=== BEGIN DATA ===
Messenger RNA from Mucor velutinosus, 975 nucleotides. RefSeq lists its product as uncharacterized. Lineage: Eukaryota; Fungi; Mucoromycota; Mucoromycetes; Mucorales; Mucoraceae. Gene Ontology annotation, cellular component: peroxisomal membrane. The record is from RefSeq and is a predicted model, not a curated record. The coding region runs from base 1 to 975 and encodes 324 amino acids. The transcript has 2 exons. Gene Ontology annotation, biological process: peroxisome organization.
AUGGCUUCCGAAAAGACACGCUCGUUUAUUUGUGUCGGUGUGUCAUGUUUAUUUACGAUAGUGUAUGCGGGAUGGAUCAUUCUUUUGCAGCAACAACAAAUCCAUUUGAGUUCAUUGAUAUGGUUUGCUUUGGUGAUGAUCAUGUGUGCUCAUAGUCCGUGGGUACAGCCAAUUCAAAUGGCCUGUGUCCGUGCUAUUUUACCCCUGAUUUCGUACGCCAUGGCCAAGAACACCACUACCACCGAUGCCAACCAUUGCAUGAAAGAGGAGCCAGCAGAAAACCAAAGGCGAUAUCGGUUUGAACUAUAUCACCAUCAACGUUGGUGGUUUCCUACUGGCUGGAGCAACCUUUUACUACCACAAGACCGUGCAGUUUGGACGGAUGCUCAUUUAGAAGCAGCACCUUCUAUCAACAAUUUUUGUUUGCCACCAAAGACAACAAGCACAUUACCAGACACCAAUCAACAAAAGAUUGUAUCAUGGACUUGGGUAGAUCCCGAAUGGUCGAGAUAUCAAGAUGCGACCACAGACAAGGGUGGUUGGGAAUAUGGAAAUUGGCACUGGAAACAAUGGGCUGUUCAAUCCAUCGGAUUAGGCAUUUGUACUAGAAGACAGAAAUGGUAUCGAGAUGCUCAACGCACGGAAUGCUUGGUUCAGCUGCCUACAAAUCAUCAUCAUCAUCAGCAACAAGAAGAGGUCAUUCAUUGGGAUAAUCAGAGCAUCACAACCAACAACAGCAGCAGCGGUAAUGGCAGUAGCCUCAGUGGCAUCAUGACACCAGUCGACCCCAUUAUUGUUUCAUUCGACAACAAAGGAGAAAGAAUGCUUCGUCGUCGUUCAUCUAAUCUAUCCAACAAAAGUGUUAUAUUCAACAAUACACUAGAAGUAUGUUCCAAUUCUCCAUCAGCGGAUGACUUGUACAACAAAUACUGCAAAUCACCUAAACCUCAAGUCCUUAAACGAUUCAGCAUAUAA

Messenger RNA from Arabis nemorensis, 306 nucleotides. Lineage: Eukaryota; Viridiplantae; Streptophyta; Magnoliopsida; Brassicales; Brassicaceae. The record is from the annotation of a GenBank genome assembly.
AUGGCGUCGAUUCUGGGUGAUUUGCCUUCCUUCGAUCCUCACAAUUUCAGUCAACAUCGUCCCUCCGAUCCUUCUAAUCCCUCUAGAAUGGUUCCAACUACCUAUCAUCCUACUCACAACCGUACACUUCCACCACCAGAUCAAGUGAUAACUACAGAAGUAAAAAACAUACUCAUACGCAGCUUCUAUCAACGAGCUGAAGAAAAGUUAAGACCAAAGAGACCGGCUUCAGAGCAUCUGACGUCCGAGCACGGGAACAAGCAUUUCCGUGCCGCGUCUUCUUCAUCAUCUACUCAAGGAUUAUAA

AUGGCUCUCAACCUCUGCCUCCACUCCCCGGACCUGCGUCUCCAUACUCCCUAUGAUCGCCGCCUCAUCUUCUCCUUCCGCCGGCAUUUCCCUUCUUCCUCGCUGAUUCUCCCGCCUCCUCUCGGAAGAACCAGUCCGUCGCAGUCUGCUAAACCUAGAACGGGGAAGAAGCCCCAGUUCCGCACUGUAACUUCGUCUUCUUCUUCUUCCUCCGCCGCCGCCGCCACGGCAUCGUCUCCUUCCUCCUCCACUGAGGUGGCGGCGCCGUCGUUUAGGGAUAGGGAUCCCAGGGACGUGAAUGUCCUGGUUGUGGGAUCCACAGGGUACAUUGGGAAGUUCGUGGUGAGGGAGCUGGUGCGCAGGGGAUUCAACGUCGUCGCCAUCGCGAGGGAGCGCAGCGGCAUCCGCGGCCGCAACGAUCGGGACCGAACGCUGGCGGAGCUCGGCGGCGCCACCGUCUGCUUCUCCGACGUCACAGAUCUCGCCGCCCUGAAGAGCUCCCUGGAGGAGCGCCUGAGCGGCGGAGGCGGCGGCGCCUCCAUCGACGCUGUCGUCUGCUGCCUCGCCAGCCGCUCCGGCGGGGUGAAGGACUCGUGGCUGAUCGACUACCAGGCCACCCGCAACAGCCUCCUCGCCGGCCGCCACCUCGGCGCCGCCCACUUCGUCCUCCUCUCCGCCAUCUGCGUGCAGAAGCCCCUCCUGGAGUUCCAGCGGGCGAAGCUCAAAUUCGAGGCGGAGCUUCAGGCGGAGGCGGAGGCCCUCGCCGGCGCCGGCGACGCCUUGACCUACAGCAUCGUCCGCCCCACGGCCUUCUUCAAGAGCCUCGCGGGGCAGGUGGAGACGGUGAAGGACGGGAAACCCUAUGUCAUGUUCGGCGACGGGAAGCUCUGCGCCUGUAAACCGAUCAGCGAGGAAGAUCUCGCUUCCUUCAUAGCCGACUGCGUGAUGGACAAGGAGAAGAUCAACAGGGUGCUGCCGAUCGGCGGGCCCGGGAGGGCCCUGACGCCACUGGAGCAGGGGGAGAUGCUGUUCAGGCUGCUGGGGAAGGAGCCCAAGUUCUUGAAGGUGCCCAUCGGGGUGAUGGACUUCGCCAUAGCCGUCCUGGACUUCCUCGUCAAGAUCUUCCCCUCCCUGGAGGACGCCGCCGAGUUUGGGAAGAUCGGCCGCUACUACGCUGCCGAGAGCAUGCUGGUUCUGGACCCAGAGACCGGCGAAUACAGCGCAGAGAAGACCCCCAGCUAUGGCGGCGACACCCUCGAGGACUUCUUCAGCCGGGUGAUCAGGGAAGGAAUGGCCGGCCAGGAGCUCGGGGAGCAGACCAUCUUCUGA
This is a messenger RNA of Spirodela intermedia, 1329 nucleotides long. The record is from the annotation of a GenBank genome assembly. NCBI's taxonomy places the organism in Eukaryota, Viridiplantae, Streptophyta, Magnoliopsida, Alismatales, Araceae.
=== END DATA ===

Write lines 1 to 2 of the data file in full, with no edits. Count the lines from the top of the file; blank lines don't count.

Messenger RNA from Mucor velutinosus, 975 nucleotides. RefSeq lists its product as uncharacterized. Lineage: Eukaryota; Fungi; Mucoromycota; Mucoromycetes; Mucorales; Mucoraceae. Gene Ontology annotation, cellular component: peroxisomal membrane. The record is from RefSeq and is a predicted model, not a curated record. The coding region runs from base 1 to 975 and encodes 324 amino acids. The transcript has 2 exons. Gene Ontology annotation, biological process: peroxisome organization.
AUGGCUUCCGAAAAGACACGCUCGUUUAUUUGUGUCGGUGUGUCAUGUUUAUUUACGAUAGUGUAUGCGGGAUGGAUCAUUCUUUUGCAGCAACAACAAAUCCAUUUGAGUUCAUUGAUAUGGUUUGCUUUGGUGAUGAUCAUGUGUGCUCAUAGUCCGUGGGUACAGCCAAUUCAAAUGGCCUGUGUCCGUGCUAUUUUACCCCUGAUUUCGUACGCCAUGGCCAAGAACACCACUACCACCGAUGCCAACCAUUGCAUGAAAGAGGAGCCAGCAGAAAACCAAAGGCGAUAUCGGUUUGAACUAUAUCACCAUCAACGUUGGUGGUUUCCUACUGGCUGGAGCAACCUUUUACUACCACAAGACCGUGCAGUUUGGACGGAUGCUCAUUUAGAAGCAGCACCUUCUAUCAACAAUUUUUGUUUGCCACCAAAGACAACAAGCACAUUACCAGACACCAAUCAACAAAAGAUUGUAUCAUGGACUUGGGUAGAUCCCGAAUGGUCGAGAUAUCAAGAUGCGACCACAGACAAGGGUGGUUGGGAAUAUGGAAAUUGGCACUGGAAACAAUGGGCUGUUCAAUCCAUCGGAUUAGGCAUUUGUACUAGAAGACAGAAAUGGUAUCGAGAUGCUCAACGCACGGAAUGCUUGGUUCAGCUGCCUACAAAUCAUCAUCAUCAUCAGCAACAAGAAGAGGUCAUUCAUUGGGAUAAUCAGAGCAUCACAACCAACAACAGCAGCAGCGGUAAUGGCAGUAGCCUCAGUGGCAUCAUGACACCAGUCGACCCCAUUAUUGUUUCAUUCGACAACAAAGGAGAAAGAAUGCUUCGUCGUCGUUCAUCUAAUCUAUCCAACAAAAGUGUUAUAUUCAACAAUACACUAGAAGUAUGUUCCAAUUCUCCAUCAGCGGAUGACUUGUACAACAAAUACUGCAAAUCACCUAAACCUCAAGUCCUUAAACGAUUCAGCAUAUAA